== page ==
Small Business IDEAS for Teens
Zandra Cunningham loves lip balm — so much that she used to ask her dad to buy her a new tube every day. Exasperated, he joked that she should make her own.
So she did. She was 9.
“I want the company to be as big as it can, ” says Cunningham, who earned $50, 000 in net profit last year. “I think Zandra should be in stores across the world.”
Cunningham proves that even young people can start successful businesses.
Entrepreneurship gives teens and younger kids “an opportunity to test themselves, ” says Ed Grocholski, senior vice president of brand for Junior Achievement, a nonprofit that helps K-12 students learn entrepreneurship and financial literacy. “It’s a really great way for kids to learn self-confidence.”
Finding small-business funding is a concern for entrepreneurs of any age, but teens can focus on businesses with low start-up costs. Here are five small-business ideas for teens:
- Web/app development. Small-business owners often have little time to develop their online presence. Teens can harness their tech knowledge and coding skills by creating websites and apps for local businesses. Show potential clients websites you’ve already created to come off as professional and prepared, Grocholski advises.
- E-commerce. Online marketplaces are a great outlet for crafty teens. Selling online means access to a national, and sometimes international, customer base. Cunningham, for instance, used her Etsy page to generate wholesale deals. But keep your products unique. The downside of online marketplaces is that everyone can sell his or her jewelry/scarves/pottery.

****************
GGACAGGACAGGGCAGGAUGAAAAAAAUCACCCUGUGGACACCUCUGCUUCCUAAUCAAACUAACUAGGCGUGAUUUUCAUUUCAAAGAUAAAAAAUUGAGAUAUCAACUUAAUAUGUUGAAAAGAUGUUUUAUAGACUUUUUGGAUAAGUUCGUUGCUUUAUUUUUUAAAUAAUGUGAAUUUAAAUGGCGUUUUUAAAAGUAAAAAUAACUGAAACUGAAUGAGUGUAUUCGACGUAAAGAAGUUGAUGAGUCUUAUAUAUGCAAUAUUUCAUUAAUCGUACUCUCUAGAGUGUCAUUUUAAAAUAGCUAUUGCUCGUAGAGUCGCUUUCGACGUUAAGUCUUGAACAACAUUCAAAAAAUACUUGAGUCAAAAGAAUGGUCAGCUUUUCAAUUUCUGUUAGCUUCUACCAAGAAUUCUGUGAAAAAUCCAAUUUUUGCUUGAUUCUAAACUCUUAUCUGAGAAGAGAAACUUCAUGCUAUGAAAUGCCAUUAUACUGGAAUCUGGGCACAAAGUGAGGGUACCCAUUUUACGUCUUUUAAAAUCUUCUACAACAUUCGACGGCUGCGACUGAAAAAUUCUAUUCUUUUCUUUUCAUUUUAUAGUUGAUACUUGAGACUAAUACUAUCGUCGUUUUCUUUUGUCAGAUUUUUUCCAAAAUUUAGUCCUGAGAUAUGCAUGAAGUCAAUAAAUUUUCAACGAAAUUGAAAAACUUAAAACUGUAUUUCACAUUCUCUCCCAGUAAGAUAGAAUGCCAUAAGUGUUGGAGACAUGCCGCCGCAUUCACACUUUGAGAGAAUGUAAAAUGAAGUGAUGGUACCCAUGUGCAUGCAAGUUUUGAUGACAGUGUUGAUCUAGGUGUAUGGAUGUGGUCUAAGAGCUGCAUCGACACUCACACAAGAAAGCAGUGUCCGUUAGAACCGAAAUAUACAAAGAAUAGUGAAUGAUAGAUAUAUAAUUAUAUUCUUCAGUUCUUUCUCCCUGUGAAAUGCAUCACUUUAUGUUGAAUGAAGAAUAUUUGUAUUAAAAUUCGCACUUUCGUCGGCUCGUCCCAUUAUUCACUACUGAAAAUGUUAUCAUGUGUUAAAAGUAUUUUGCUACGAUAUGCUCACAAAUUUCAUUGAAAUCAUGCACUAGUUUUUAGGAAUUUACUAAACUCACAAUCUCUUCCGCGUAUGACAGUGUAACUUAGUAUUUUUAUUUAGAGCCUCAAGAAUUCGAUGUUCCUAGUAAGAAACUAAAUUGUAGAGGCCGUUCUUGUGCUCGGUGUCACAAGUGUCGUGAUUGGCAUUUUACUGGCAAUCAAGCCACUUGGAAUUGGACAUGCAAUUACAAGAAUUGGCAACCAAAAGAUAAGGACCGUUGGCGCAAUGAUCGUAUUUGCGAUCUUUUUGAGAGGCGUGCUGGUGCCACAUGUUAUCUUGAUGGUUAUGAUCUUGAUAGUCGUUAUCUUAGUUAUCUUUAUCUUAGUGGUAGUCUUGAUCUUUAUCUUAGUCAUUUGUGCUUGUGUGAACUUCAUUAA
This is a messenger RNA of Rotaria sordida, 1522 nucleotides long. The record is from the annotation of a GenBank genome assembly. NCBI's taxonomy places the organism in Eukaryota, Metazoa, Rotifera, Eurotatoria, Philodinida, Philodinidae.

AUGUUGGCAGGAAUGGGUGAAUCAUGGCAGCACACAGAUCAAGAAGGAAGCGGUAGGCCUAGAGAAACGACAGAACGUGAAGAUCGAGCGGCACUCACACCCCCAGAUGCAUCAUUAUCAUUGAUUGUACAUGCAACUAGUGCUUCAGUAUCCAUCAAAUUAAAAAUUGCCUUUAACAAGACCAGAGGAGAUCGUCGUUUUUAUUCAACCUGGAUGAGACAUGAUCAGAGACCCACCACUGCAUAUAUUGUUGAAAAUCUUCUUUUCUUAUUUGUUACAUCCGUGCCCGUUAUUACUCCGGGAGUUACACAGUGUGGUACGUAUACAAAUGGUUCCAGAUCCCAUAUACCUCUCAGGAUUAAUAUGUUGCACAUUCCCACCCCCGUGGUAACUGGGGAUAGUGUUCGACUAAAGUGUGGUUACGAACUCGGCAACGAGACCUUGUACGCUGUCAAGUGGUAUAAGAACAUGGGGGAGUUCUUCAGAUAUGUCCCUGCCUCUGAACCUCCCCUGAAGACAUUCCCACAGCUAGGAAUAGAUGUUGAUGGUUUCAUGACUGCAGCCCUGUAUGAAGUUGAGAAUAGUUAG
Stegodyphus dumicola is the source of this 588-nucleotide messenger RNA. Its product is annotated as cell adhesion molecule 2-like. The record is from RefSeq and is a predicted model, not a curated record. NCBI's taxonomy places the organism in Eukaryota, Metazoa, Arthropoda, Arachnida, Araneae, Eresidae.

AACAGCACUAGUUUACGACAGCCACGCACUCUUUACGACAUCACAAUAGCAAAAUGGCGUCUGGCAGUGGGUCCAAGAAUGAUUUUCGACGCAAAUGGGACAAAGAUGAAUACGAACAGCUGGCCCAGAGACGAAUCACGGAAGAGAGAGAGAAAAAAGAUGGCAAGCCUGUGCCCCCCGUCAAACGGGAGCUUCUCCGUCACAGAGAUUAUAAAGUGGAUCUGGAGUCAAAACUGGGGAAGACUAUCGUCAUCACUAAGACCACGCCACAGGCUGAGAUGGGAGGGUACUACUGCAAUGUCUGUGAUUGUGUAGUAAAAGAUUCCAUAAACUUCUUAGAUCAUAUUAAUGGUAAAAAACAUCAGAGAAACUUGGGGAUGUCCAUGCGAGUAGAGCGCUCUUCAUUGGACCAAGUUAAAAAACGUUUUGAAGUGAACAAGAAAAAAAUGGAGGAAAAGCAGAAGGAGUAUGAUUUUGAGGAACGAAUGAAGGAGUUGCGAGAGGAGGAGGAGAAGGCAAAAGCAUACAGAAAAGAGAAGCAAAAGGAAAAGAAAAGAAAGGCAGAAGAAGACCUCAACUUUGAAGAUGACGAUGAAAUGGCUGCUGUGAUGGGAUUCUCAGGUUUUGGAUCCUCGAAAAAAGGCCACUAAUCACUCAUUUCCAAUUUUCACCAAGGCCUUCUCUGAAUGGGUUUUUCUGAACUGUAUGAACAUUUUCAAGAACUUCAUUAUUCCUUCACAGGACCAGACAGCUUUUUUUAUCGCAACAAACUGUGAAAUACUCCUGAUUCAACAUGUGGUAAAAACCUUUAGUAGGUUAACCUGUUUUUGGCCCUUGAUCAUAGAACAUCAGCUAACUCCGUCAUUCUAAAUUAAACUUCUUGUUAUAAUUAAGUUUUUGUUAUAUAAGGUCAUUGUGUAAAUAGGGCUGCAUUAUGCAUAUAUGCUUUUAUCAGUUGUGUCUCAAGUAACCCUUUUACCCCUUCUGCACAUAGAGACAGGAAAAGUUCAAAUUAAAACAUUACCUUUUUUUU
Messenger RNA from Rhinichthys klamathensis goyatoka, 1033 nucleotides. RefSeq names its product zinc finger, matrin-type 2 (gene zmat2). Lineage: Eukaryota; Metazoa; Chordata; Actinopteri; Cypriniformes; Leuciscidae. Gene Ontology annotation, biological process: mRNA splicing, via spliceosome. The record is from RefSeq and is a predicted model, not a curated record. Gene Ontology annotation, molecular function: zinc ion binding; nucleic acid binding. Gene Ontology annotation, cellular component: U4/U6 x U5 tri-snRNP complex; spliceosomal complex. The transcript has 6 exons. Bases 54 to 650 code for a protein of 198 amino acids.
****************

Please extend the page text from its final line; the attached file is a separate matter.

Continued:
- Social media. You might speak emoji like a second language, but not everyone does. Use your skills to help clients, such as small-business owners, spread brand awareness by establishing a presence on sites like Facebook, Twitter and Instagram.
- Traditional services. Classic summer endeavors, such as mowing lawns and babysitting, are still great options. Take your business to the next level by spreading the word beyond the neighborhood. Online marketing is an inexpensive way to promote your business, but word of mouth is still the best tool. “When you have an established customer base, ” Grocholski says, “start asking for referrals.”
- Tutoring and music lessons. Do you excel at school? Turn studying into profit by forming a tutoring company, either alone or with studious friends. Consider focusing on a specific subject area, such as a foreign language or SAT/ACT prep. If you’re a trumpet aficionado, offer after-school music lessons.
Tips for starting a business if you’re a teen:
Get a parent onboard. Your mom or dad can help with logistics, such as registering a website, shipping and fielding tricky customer complaints.